Quick Review: Tokina 11-16mm f/2.8 AT-X 116 PRO DX II (Nikon)

It’s Boxing Day, so it’s traditionally the time to unwrap gifts. While I do lament the commercialization of Christmas, I’d be lying to myself if I said I didn’t partake in it … at least, for my own benefit. As a result, I decided to buy one big gift for myself this year – a wide angle lens. It was the whole grey import price + eBay 10% off “everything” that really sealed the deal for me – the best the to buy any photography gear is just before you’re going away on holidays, so you actually get to use it!

In terms of wide-angle lens choices in the Nikon system, there really aren’t that many, especially if you’re on a budget. Doing some scouring online, the Tokina 11-16mm f/2.8 AT-X 116 PRO DX II seemed to fit my needs best – it’s a decent, fast piece of glass, at a good price (~AU$521 after discount including postage, brand new). The biggest limitation is that it’s a DX lens, most suitable for use with crop-factor sensors, but that’s no big deal right now since I’m using a DX-format camera.

Since I really don’t have the time to do an in-depth test, and I don’t have any other wide angle lenses I could compare it to, this is going to be a quick review.


The lens is packed inside a medium sized glossy cardboard box. It’s so glossy, I can almost see myself in the reflection!

The lens is made by Kenko Tokina of Japan, and is a “third party” lens. Some people dislike third party lenses as compatibility (in the future) could be a problem due to the electronics within the lenses and the reverse-engineered nature of their implementation. However, I’ve not had such issues in the past with Tamron or even the Samyang AE glass, so I’d probably be just fine with the Tokina. This particular version is a Nikon F-mount, although the lens is available for other mounts as well. Due to its wide angle nature, the front filter thread is a large 77mm, requiring fairly expensive filters.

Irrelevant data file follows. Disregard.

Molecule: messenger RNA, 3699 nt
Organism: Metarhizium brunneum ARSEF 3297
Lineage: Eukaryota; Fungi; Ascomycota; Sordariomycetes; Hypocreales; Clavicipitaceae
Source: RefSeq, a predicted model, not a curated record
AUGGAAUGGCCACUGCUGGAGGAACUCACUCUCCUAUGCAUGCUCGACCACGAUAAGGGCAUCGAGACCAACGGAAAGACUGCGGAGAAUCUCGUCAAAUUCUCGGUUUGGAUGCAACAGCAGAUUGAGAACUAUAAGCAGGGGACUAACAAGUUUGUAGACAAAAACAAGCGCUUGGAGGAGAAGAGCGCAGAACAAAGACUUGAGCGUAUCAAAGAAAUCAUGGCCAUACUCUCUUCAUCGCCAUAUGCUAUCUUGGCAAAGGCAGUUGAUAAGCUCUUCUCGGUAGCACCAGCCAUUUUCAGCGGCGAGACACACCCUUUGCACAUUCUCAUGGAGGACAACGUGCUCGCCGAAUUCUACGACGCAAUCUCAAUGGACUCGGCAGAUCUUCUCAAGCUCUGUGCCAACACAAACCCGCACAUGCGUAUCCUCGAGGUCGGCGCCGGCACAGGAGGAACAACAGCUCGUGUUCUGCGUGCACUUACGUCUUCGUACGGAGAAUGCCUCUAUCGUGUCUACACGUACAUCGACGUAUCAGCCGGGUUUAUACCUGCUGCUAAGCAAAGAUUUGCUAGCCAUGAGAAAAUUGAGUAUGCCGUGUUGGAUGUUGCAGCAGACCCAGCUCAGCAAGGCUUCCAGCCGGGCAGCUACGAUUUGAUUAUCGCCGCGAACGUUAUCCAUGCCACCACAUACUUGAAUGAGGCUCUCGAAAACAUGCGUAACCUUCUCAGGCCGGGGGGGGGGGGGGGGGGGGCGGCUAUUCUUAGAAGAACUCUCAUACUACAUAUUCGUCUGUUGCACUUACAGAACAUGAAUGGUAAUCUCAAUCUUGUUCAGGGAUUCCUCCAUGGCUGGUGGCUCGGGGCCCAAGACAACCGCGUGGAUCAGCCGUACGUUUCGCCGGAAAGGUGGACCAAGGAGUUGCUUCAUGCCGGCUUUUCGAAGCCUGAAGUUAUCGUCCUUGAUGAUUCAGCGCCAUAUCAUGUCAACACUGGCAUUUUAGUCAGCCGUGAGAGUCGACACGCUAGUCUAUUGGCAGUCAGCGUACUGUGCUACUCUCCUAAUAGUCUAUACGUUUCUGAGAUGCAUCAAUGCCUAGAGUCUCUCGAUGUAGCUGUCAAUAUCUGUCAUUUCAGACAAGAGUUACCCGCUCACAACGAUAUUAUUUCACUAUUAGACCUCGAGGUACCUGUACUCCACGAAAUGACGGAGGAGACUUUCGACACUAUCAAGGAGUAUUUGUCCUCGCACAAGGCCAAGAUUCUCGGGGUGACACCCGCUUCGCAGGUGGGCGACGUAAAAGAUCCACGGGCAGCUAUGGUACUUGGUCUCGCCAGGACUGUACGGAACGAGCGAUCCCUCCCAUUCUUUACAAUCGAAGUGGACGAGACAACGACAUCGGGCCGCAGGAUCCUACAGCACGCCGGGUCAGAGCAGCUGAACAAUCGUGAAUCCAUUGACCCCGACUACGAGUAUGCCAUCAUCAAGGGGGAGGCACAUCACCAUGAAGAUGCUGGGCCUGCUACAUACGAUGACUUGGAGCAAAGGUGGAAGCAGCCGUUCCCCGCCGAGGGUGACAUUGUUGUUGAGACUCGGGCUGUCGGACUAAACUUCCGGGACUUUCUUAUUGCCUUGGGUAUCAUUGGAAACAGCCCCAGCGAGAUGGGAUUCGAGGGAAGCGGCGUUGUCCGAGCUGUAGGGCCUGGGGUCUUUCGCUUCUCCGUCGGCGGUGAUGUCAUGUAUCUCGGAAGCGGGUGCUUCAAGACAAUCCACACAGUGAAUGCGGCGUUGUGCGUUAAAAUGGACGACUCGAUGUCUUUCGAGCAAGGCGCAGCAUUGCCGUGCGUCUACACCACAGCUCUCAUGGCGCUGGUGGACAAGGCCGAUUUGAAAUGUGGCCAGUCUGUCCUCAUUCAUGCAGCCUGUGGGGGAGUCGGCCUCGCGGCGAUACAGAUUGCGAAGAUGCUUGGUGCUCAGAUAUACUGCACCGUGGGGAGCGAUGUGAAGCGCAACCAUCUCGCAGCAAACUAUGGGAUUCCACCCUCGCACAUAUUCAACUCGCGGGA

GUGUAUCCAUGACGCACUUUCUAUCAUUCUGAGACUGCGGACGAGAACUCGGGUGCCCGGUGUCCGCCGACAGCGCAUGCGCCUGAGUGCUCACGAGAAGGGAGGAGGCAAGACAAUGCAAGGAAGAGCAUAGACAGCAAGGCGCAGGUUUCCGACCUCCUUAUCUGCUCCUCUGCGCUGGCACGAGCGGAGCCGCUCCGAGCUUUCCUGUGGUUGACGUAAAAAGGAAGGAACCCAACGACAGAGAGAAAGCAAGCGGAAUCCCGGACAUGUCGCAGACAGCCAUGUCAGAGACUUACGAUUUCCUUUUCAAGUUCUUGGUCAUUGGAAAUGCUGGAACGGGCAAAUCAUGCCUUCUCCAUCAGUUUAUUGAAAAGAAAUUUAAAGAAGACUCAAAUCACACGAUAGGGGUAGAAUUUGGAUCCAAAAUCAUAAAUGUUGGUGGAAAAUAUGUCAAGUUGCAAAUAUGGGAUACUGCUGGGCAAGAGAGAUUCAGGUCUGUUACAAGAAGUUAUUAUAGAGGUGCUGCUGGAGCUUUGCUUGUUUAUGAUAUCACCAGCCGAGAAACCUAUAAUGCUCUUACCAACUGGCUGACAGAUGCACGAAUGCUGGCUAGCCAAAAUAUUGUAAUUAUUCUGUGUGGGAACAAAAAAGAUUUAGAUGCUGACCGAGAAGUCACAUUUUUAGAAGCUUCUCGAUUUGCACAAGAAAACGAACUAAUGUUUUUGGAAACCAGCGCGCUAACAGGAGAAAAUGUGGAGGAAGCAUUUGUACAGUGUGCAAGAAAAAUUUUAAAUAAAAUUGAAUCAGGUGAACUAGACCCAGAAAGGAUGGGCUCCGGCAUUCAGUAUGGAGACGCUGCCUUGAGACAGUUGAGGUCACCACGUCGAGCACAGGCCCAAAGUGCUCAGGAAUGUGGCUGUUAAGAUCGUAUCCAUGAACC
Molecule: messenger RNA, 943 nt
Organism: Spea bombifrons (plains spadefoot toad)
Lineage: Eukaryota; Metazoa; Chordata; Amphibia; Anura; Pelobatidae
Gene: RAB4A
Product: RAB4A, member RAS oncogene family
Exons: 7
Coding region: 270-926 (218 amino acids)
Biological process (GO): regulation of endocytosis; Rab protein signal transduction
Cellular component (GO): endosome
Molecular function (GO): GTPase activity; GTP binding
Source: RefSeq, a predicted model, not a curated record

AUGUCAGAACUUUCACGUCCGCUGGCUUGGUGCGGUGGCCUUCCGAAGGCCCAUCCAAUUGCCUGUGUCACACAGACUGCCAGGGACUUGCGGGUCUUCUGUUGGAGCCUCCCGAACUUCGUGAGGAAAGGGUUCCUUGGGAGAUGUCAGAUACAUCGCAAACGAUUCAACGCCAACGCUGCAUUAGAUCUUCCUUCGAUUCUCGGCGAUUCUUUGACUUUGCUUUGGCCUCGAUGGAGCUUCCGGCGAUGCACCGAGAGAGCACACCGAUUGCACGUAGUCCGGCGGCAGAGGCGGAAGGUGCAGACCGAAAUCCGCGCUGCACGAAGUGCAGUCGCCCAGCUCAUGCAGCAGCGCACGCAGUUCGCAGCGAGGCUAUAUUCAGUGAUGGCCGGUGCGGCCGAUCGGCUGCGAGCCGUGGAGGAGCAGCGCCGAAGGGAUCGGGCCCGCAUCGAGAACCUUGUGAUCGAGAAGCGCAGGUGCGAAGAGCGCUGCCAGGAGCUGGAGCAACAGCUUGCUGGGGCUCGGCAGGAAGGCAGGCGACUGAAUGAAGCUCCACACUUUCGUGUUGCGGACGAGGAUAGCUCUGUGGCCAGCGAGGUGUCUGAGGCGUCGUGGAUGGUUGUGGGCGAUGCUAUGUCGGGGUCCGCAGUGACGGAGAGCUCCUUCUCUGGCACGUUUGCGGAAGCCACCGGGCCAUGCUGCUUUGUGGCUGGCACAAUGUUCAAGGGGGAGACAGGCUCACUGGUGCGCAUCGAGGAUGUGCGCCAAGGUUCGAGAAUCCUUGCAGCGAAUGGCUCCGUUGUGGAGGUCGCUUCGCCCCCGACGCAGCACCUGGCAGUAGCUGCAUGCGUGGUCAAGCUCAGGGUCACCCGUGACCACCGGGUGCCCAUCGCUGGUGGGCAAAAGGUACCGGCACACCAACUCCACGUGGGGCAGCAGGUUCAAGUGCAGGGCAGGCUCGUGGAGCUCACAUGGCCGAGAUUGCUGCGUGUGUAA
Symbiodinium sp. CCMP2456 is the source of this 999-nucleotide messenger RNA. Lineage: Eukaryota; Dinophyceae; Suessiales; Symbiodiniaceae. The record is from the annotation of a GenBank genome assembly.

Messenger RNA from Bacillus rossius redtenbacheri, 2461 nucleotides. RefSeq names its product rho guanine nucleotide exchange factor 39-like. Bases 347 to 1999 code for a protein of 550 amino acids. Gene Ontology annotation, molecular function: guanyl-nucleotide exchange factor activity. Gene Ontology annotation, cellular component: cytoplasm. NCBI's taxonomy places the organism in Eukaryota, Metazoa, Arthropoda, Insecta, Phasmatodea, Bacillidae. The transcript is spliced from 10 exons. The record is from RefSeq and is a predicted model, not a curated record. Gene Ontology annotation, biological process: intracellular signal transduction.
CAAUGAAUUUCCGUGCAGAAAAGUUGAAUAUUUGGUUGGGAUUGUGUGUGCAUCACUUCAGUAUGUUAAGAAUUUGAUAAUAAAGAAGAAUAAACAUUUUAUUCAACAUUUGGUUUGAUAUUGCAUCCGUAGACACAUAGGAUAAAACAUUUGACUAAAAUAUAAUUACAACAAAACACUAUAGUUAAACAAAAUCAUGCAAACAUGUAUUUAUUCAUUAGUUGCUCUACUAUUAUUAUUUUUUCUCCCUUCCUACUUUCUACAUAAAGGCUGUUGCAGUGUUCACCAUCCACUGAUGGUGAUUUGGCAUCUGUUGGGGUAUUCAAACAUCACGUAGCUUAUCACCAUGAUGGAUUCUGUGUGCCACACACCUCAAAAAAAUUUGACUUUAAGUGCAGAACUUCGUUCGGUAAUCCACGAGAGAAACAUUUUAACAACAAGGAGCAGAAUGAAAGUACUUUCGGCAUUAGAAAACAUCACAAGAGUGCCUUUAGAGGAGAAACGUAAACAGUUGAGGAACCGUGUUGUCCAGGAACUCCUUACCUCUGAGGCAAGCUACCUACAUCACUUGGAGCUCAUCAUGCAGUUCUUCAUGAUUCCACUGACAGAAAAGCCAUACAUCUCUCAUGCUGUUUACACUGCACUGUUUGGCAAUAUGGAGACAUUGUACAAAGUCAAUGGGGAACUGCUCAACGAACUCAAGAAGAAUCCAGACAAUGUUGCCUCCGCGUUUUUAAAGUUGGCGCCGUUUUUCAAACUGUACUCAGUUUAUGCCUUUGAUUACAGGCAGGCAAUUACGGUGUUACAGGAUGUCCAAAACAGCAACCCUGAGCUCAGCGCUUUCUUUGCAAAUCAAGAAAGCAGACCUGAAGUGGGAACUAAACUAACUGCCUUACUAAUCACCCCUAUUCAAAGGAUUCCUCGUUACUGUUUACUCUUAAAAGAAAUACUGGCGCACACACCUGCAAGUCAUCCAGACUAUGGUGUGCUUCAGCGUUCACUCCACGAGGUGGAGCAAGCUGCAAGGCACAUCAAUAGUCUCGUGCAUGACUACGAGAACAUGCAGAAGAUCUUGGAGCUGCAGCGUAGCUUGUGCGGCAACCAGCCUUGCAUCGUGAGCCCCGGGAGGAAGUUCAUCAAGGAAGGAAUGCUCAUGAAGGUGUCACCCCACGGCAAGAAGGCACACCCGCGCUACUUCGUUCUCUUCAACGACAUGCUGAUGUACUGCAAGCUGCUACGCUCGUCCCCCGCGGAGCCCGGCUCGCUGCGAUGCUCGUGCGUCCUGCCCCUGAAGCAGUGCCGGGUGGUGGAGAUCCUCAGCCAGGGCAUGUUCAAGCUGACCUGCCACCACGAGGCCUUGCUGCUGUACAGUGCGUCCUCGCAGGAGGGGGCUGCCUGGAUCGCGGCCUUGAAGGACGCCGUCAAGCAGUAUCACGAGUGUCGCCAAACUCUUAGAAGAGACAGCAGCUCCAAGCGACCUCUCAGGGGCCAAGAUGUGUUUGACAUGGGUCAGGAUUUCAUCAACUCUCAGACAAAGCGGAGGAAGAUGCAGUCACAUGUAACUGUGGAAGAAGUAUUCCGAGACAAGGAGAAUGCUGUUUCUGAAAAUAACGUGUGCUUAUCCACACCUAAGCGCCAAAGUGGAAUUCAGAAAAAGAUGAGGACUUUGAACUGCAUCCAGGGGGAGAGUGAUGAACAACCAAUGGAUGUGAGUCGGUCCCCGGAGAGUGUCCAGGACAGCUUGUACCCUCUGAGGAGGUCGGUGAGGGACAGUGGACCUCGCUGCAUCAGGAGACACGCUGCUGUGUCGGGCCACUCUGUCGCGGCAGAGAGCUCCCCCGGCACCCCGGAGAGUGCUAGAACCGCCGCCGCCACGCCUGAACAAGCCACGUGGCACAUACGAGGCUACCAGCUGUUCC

Inside, we get an English instruction manual and a warranty leaflet.

Aside from that, we get the lens fully assembled with the hood and both front and rear caps shoved inside a plastic bag. The lens features a distance focusing scale through a clear window. The lens is fairly hefty, weighing in above 500 grams, so it’s probably a consideration for travellers.

The focus ring pulls backwards to engage manual focus mode, otherwise, clicks in its forward position for auto focus. The zoom ring slides quietly and smoothly, as does the focus ring, and the mechanism feels relatively solid even though the body appears to be made of plastic.

The petal hood is included, type BH-77B.

The front cap has the Tokina branding on it, and when removed, the front element is seen to have a curved shape (due to the wide angle it captures) and is not quite the size of the front, thus allowing slim filters to fit on with less chance of vignetting. The aperture blades within appear to be curved, with nine blades.

The rear of the lens looks pretty normal to me.

Aside from that, there are no other inclusions in the box, which was a little disappointing. Normally, manufacturers might make some effort to include a token gesture lens bag (e.g. a thin velvet drawstring bag) just to provide that extra bit of travel protection. As a result, it seems all the money went into the glass – which is probably a good thing.

Of course, I wasn’t going to take any chances, so I fitted a Hoya HMC UV(C) filter to the front immediately after taking these photos, before walking outside to snag a few sample shots.

In Use

The following are some sample shots I took with the lens which have been processed through Lightroom. Unfortunately, being a complete novice at shooting with a wide-angle lens, the shots are relatively unremarkable and the overcast day just prior to a storm didn’t help much. The web host isn’t particularly happy about hosting full 24MP sized images, so all of these are “downsized” to 2560px wide – 100% unprocessed crop peeking is shown in the next section.